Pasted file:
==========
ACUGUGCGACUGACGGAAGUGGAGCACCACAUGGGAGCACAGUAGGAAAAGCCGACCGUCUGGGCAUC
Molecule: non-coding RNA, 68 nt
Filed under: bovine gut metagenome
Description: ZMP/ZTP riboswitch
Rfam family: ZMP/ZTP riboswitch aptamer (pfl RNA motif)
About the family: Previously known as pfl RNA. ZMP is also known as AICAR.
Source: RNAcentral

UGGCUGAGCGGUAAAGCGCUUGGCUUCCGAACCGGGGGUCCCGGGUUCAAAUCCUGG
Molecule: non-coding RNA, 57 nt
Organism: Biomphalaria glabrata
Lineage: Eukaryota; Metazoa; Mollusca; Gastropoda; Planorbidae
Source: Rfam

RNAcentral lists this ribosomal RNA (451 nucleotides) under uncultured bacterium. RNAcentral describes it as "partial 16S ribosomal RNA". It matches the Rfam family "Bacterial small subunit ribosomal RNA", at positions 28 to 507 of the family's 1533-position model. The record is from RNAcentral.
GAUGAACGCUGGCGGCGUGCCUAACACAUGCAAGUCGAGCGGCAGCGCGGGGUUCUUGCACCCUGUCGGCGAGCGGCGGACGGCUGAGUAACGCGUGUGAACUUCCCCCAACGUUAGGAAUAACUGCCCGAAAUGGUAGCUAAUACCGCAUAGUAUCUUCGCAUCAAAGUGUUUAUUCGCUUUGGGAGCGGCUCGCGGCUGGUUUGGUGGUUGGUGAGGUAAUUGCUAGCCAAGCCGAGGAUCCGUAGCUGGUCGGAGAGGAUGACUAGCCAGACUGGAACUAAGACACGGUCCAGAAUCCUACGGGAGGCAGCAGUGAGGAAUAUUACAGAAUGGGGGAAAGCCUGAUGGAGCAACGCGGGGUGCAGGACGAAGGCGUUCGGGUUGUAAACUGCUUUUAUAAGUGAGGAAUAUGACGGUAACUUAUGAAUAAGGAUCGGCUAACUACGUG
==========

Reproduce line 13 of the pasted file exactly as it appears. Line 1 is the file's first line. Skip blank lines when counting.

RNAcentral lists this ribosomal RNA (451 nucleotides) under uncultured bacterium. RNAcentral describes it as "partial 16S ribosomal RNA". It matches the Rfam family "Bacterial small subunit ribosomal RNA", at positions 28 to 507 of the family's 1533-position model. The record is from RNAcentral.